While it may appear that the people of J&K have been given a ‘grand mandate’ by the UN to decide their own future, in practical terms, the plebiscite is nothing more than choosing between the ‘devil and the deep sea’ because the choice is limited only to choosing whether to become a part of either India or Pakistan. The UN resolution has conveniently omitted the ‘third’ option to ‘remain outside’, which is guaranteed by the Indian Independence Act 1947 and this option was exercised by the State of Sikkim which remained an independent identity till as late as 1975. So, why did the UN deny this option to the people of J&K? And how can the UN model of Plebiscite in Kashmir be construed as an effective measure that would enable the people of J&K to  holistically exercise their ‘right of self determination’, when they cannot opt for ‘azadi’ or self rule?

Thus, in the ultimate analysis it becomes clear that the insistence of our leaders for the UN resolutions on Kashmir be implemented has nothing worthwhile to offer other than the choice of ‘cage’ Kashmiris wish to live in! So, before our leaders tell us to perform our ‘national duty’ by protesting against ‘illegal occupation’ of our land by New Delhi, they must first tell us in no uncertain terms as to how they plan to get us ‘azadi’ when there are no provisions for the same in the UN resolutions? And if all that the so called ‘right of self determination’ boils down is merely to decide whether to be a part of India or Pakistan, then are the privations and sacrifices being sought from us by our leaders justified? Why are our leaders silent on this key ingredient of the UN resolutions on Kashmir which in practical terms holds no promise for bettering our lot?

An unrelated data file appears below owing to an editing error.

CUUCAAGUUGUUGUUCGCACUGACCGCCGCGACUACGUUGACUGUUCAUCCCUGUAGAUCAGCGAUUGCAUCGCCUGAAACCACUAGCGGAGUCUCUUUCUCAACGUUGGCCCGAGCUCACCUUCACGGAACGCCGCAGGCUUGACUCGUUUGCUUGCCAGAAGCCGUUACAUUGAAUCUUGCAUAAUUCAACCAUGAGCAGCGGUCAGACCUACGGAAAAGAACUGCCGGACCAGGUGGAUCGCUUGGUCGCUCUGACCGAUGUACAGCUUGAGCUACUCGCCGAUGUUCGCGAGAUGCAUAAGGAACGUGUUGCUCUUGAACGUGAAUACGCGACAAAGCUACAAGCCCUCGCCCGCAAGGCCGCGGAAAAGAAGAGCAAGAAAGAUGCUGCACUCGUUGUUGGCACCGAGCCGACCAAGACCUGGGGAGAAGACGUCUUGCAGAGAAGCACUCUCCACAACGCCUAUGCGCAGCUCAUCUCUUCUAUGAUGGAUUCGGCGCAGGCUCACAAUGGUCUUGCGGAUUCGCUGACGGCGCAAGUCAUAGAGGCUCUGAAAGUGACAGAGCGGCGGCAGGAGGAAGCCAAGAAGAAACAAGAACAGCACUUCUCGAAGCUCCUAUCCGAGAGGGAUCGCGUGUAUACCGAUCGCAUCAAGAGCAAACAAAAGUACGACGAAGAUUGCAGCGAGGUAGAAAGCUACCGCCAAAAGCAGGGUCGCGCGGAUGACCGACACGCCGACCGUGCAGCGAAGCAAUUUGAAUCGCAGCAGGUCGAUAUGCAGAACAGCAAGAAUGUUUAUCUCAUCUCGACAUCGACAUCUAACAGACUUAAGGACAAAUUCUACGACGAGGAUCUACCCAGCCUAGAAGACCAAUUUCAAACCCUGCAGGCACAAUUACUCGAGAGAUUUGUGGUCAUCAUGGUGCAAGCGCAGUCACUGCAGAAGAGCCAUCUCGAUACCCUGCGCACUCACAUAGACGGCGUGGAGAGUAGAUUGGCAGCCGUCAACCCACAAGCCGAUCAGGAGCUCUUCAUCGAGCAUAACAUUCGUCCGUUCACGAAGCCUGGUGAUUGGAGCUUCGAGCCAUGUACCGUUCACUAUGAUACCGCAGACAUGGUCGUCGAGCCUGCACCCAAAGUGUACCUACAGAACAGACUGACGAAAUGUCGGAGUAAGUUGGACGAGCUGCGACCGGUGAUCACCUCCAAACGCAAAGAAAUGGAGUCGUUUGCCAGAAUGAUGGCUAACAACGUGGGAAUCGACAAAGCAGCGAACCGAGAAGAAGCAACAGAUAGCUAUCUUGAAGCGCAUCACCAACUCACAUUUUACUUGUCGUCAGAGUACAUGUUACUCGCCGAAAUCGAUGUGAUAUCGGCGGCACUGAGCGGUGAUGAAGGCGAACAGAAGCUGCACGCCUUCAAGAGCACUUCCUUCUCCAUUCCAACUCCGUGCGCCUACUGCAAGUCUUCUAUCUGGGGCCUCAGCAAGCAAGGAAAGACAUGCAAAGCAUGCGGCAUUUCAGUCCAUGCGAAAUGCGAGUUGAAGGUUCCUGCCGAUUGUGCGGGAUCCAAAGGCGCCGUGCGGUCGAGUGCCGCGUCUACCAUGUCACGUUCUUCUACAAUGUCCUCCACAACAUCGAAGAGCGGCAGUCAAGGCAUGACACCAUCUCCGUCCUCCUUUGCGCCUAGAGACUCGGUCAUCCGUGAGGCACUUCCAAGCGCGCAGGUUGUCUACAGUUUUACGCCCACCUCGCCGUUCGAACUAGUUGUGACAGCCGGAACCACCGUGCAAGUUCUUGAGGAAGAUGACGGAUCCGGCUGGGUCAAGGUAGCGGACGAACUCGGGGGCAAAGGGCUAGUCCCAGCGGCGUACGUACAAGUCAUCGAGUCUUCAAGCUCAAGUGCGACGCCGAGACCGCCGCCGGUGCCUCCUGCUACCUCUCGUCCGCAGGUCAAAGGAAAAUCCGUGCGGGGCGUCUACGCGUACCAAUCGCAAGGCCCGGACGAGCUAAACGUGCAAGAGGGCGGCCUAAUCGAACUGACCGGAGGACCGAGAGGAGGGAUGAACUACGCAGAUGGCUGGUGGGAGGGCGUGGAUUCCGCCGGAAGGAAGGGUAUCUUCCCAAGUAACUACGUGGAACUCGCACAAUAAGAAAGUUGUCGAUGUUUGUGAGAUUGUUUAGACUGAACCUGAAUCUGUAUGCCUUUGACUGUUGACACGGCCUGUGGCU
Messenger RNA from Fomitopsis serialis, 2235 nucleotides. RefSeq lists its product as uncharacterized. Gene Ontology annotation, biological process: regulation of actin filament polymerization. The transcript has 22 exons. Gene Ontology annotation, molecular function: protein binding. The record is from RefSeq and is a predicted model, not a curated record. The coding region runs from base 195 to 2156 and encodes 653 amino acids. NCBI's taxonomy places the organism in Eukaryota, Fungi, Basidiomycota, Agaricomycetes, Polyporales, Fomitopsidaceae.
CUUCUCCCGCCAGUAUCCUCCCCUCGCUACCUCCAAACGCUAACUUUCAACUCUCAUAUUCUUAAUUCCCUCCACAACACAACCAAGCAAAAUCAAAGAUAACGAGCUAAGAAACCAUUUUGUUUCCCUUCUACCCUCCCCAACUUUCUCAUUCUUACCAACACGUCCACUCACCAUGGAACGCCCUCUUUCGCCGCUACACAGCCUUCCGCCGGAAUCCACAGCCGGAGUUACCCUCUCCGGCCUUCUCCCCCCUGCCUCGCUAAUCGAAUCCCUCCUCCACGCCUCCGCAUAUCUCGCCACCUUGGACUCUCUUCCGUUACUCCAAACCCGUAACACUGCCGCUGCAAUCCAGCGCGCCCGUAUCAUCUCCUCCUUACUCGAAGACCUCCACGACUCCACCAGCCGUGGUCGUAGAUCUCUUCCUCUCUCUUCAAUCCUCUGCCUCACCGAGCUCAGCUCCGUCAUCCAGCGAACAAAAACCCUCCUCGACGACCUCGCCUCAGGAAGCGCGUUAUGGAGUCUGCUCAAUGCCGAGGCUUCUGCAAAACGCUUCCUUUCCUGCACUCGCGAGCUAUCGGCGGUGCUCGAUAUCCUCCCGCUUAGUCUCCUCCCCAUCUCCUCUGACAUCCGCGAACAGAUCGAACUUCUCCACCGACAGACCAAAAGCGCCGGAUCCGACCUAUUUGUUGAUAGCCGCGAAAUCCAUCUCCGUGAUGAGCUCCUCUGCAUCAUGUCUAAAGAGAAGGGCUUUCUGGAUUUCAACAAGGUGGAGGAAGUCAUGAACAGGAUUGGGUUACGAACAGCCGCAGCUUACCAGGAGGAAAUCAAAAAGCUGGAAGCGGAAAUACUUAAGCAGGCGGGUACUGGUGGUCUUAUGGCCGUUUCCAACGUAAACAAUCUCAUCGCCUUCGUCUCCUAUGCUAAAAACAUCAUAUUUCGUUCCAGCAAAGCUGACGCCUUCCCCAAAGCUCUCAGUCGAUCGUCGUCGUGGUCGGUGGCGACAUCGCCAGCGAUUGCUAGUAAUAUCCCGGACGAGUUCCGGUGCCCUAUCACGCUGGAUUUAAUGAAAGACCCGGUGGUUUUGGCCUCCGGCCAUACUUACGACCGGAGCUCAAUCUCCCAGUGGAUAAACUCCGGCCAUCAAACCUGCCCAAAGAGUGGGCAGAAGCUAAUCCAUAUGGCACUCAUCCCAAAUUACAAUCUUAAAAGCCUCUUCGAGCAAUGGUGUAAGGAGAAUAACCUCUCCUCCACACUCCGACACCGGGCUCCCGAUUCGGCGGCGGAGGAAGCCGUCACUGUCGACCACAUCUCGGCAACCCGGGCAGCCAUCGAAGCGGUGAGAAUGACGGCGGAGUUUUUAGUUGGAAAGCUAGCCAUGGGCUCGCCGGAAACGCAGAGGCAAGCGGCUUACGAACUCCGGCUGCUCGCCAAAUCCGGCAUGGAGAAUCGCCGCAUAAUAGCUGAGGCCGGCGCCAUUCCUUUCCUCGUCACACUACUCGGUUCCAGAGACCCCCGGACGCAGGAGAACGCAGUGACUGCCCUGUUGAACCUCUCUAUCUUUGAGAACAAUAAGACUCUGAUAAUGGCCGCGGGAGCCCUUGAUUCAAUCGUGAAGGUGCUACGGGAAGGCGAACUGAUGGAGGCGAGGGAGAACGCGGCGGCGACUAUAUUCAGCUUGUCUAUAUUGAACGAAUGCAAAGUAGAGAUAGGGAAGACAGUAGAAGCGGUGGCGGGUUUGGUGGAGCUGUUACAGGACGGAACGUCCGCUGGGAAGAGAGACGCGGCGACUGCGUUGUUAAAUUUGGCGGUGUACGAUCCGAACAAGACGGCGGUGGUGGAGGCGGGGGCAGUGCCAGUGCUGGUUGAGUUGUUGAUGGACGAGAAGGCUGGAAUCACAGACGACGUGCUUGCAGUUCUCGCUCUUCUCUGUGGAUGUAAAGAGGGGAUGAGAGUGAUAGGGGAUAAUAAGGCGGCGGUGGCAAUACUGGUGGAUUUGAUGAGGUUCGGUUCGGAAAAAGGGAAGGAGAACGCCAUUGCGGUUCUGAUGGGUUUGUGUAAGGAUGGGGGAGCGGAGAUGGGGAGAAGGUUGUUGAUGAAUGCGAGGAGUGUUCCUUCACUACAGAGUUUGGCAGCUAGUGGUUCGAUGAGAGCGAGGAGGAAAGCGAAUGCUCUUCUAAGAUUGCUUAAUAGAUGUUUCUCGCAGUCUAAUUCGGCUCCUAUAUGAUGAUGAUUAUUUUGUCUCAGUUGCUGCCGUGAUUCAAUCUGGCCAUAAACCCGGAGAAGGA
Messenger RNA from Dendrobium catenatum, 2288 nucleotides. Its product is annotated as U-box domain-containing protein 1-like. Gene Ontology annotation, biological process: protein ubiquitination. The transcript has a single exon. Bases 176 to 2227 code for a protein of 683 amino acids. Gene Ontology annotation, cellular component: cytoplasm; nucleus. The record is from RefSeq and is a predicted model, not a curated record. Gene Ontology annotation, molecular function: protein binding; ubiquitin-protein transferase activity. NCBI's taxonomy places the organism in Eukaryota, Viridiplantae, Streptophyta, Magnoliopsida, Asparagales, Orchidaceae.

While most of us would not mind suffering for a brighter tomorrow which holds the hope of freedom, given its precarious condition, how many of us will seriously sacrifice for merely becoming a subject State of Pakistan? How many would prefer to be a part of a country which is abysmally indifferent to the sensitivities of its ethnic minorities? While the oppressive Indian regime in Kashmir cannot be condoned, New Delhi, unlike Islamabad has at least maintained the ethnic integrity in J&K by prohibiting outsiders from settling down in the State. At a time when our leaders are grappling with the perceived problem of a “cultural and ideological invasion,” how can they ever think of opting for Pakistan which encourages outsiders to settle in those parts of Kashmir under its control?

Our leaders need to understand that the anti India sentiment of the people does not automatically render them pro Pakistan. The UN model of Plebiscite makes a mockery of ‘the right to self determination’ and this is why the UN resolutions need to be dumped in the Chenab. The contours of the ‘freedom struggle’ movement need to be redefined so that the true aspirations of the people of Kashmir are addressed. Blindly carrying the baggage of history which has no relevance today is a self defeating enterprise. It is time to shed over optimism and our obstinacy must give way to logic, because the Kashmir issue can only be resolved through rational thinking and not by emotions.